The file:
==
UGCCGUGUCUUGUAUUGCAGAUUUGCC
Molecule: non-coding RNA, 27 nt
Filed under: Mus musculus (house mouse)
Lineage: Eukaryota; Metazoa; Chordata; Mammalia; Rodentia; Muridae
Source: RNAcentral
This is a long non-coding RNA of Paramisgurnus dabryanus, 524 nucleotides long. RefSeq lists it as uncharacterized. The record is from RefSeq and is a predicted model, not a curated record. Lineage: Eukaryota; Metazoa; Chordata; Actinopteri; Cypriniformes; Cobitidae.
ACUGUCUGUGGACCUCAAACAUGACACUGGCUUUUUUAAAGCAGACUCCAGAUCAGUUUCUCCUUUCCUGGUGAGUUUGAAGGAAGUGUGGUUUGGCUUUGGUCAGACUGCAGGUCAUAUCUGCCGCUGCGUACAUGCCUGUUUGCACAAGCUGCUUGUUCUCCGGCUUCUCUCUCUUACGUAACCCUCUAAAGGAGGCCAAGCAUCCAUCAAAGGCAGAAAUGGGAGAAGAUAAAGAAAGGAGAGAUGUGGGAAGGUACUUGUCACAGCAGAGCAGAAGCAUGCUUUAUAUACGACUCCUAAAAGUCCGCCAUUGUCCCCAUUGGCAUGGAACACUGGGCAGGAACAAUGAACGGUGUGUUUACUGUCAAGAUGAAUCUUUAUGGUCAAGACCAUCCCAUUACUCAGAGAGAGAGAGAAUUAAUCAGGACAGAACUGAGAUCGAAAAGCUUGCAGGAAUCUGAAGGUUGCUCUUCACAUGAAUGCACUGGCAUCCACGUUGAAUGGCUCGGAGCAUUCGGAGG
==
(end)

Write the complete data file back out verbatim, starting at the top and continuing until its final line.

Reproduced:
UGCCGUGUCUUGUAUUGCAGAUUUGCC
Molecule: non-coding RNA, 27 nt
Filed under: Mus musculus (house mouse)
Lineage: Eukaryota; Metazoa; Chordata; Mammalia; Rodentia; Muridae
Source: RNAcentral
This is a long non-coding RNA of Paramisgurnus dabryanus, 524 nucleotides long. RefSeq lists it as uncharacterized. The record is from RefSeq and is a predicted model, not a curated record. Lineage: Eukaryota; Metazoa; Chordata; Actinopteri; Cypriniformes; Cobitidae.
ACUGUCUGUGGACCUCAAACAUGACACUGGCUUUUUUAAAGCAGACUCCAGAUCAGUUUCUCCUUUCCUGGUGAGUUUGAAGGAAGUGUGGUUUGGCUUUGGUCAGACUGCAGGUCAUAUCUGCCGCUGCGUACAUGCCUGUUUGCACAAGCUGCUUGUUCUCCGGCUUCUCUCUCUUACGUAACCCUCUAAAGGAGGCCAAGCAUCCAUCAAAGGCAGAAAUGGGAGAAGAUAAAGAAAGGAGAGAUGUGGGAAGGUACUUGUCACAGCAGAGCAGAAGCAUGCUUUAUAUACGACUCCUAAAAGUCCGCCAUUGUCCCCAUUGGCAUGGAACACUGGGCAGGAACAAUGAACGGUGUGUUUACUGUCAAGAUGAAUCUUUAUGGUCAAGACCAUCCCAUUACUCAGAGAGAGAGAGAAUUAAUCAGGACAGAACUGAGAUCGAAAAGCUUGCAGGAAUCUGAAGGUUGCUCUUCACAUGAAUGCACUGGCAUCCACGUUGAAUGGCUCGGAGCAUUCGGAGG